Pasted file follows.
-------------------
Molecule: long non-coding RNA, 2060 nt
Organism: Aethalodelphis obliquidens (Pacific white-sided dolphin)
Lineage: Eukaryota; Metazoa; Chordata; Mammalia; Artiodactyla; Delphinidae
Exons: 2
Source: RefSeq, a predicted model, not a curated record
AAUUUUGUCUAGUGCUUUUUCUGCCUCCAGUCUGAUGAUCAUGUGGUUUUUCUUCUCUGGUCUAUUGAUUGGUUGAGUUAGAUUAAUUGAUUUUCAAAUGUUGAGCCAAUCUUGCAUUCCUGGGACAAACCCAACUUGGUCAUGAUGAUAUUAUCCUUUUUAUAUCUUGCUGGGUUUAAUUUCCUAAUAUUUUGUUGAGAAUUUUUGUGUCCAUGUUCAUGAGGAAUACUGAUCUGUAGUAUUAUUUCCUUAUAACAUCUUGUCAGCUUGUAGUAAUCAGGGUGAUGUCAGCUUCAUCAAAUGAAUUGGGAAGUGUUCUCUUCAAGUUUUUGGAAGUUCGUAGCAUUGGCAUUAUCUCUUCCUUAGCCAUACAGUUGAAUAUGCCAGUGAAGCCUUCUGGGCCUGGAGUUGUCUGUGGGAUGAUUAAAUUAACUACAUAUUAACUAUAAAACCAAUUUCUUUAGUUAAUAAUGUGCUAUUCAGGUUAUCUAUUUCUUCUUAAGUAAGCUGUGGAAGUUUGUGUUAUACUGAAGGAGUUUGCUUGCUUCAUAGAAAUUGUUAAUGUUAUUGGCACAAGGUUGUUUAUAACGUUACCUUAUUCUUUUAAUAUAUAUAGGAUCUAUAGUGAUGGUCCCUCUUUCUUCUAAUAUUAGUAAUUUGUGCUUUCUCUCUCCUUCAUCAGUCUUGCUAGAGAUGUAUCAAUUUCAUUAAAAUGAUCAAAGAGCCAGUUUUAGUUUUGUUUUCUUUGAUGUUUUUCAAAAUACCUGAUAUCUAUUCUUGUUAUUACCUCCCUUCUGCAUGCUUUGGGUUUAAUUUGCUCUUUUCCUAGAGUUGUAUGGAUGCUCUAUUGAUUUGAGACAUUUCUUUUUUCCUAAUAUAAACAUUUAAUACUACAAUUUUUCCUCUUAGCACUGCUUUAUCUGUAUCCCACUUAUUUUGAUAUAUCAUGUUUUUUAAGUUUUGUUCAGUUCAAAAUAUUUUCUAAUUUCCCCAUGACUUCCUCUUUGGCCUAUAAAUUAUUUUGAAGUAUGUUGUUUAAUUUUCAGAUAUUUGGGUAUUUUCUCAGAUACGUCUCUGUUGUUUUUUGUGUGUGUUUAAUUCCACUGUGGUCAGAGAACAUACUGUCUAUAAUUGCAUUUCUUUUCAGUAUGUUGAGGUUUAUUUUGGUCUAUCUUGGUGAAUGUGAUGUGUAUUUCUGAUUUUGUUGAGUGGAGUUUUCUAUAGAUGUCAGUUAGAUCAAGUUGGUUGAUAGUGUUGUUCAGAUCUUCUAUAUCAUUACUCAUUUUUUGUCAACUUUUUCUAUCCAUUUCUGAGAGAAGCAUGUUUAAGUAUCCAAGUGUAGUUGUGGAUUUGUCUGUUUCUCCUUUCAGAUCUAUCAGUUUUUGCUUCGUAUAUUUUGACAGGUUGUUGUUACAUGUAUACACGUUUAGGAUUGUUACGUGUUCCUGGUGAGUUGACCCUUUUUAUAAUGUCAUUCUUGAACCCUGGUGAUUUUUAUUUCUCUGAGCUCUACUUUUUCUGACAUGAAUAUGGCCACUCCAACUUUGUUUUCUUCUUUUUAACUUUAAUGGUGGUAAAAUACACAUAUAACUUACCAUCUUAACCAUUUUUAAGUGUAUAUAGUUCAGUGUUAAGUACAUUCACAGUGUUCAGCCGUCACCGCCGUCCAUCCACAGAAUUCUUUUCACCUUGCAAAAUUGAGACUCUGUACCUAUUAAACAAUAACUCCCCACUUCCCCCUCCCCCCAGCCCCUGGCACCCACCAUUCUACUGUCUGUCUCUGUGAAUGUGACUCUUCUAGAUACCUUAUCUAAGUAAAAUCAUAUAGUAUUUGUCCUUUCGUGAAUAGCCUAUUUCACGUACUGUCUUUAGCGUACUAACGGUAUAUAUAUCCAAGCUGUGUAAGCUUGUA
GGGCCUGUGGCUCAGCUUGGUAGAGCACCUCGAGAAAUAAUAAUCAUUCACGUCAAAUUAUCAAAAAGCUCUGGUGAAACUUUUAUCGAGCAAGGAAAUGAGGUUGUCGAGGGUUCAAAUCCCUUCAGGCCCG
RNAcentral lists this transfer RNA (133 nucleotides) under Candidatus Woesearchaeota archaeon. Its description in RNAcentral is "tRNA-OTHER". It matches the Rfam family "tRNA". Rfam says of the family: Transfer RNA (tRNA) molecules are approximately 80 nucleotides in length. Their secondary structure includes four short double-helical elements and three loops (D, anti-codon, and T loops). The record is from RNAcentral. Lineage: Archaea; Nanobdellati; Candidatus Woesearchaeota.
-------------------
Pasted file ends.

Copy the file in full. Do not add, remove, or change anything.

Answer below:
Molecule: long non-coding RNA, 2060 nt
Organism: Aethalodelphis obliquidens (Pacific white-sided dolphin)
Lineage: Eukaryota; Metazoa; Chordata; Mammalia; Artiodactyla; Delphinidae
Exons: 2
Source: RefSeq, a predicted model, not a curated record
AAUUUUGUCUAGUGCUUUUUCUGCCUCCAGUCUGAUGAUCAUGUGGUUUUUCUUCUCUGGUCUAUUGAUUGGUUGAGUUAGAUUAAUUGAUUUUCAAAUGUUGAGCCAAUCUUGCAUUCCUGGGACAAACCCAACUUGGUCAUGAUGAUAUUAUCCUUUUUAUAUCUUGCUGGGUUUAAUUUCCUAAUAUUUUGUUGAGAAUUUUUGUGUCCAUGUUCAUGAGGAAUACUGAUCUGUAGUAUUAUUUCCUUAUAACAUCUUGUCAGCUUGUAGUAAUCAGGGUGAUGUCAGCUUCAUCAAAUGAAUUGGGAAGUGUUCUCUUCAAGUUUUUGGAAGUUCGUAGCAUUGGCAUUAUCUCUUCCUUAGCCAUACAGUUGAAUAUGCCAGUGAAGCCUUCUGGGCCUGGAGUUGUCUGUGGGAUGAUUAAAUUAACUACAUAUUAACUAUAAAACCAAUUUCUUUAGUUAAUAAUGUGCUAUUCAGGUUAUCUAUUUCUUCUUAAGUAAGCUGUGGAAGUUUGUGUUAUACUGAAGGAGUUUGCUUGCUUCAUAGAAAUUGUUAAUGUUAUUGGCACAAGGUUGUUUAUAACGUUACCUUAUUCUUUUAAUAUAUAUAGGAUCUAUAGUGAUGGUCCCUCUUUCUUCUAAUAUUAGUAAUUUGUGCUUUCUCUCUCCUUCAUCAGUCUUGCUAGAGAUGUAUCAAUUUCAUUAAAAUGAUCAAAGAGCCAGUUUUAGUUUUGUUUUCUUUGAUGUUUUUCAAAAUACCUGAUAUCUAUUCUUGUUAUUACCUCCCUUCUGCAUGCUUUGGGUUUAAUUUGCUCUUUUCCUAGAGUUGUAUGGAUGCUCUAUUGAUUUGAGACAUUUCUUUUUUCCUAAUAUAAACAUUUAAUACUACAAUUUUUCCUCUUAGCACUGCUUUAUCUGUAUCCCACUUAUUUUGAUAUAUCAUGUUUUUUAAGUUUUGUUCAGUUCAAAAUAUUUUCUAAUUUCCCCAUGACUUCCUCUUUGGCCUAUAAAUUAUUUUGAAGUAUGUUGUUUAAUUUUCAGAUAUUUGGGUAUUUUCUCAGAUACGUCUCUGUUGUUUUUUGUGUGUGUUUAAUUCCACUGUGGUCAGAGAACAUACUGUCUAUAAUUGCAUUUCUUUUCAGUAUGUUGAGGUUUAUUUUGGUCUAUCUUGGUGAAUGUGAUGUGUAUUUCUGAUUUUGUUGAGUGGAGUUUUCUAUAGAUGUCAGUUAGAUCAAGUUGGUUGAUAGUGUUGUUCAGAUCUUCUAUAUCAUUACUCAUUUUUUGUCAACUUUUUCUAUCCAUUUCUGAGAGAAGCAUGUUUAAGUAUCCAAGUGUAGUUGUGGAUUUGUCUGUUUCUCCUUUCAGAUCUAUCAGUUUUUGCUUCGUAUAUUUUGACAGGUUGUUGUUACAUGUAUACACGUUUAGGAUUGUUACGUGUUCCUGGUGAGUUGACCCUUUUUAUAAUGUCAUUCUUGAACCCUGGUGAUUUUUAUUUCUCUGAGCUCUACUUUUUCUGACAUGAAUAUGGCCACUCCAACUUUGUUUUCUUCUUUUUAACUUUAAUGGUGGUAAAAUACACAUAUAACUUACCAUCUUAACCAUUUUUAAGUGUAUAUAGUUCAGUGUUAAGUACAUUCACAGUGUUCAGCCGUCACCGCCGUCCAUCCACAGAAUUCUUUUCACCUUGCAAAAUUGAGACUCUGUACCUAUUAAACAAUAACUCCCCACUUCCCCCUCCCCCCAGCCCCUGGCACCCACCAUUCUACUGUCUGUCUCUGUGAAUGUGACUCUUCUAGAUACCUUAUCUAAGUAAAAUCAUAUAGUAUUUGUCCUUUCGUGAAUAGCCUAUUUCACGUACUGUCUUUAGCGUACUAACGGUAUAUAUAUCCAAGCUGUGUAAGCUUGUA
GGGCCUGUGGCUCAGCUUGGUAGAGCACCUCGAGAAAUAAUAAUCAUUCACGUCAAAUUAUCAAAAAGCUCUGGUGAAACUUUUAUCGAGCAAGGAAAUGAGGUUGUCGAGGGUUCAAAUCCCUUCAGGCCCG
RNAcentral lists this transfer RNA (133 nucleotides) under Candidatus Woesearchaeota archaeon. Its description in RNAcentral is "tRNA-OTHER". It matches the Rfam family "tRNA". Rfam says of the family: Transfer RNA (tRNA) molecules are approximately 80 nucleotides in length. Their secondary structure includes four short double-helical elements and three loops (D, anti-codon, and T loops). The record is from RNAcentral. Lineage: Archaea; Nanobdellati; Candidatus Woesearchaeota.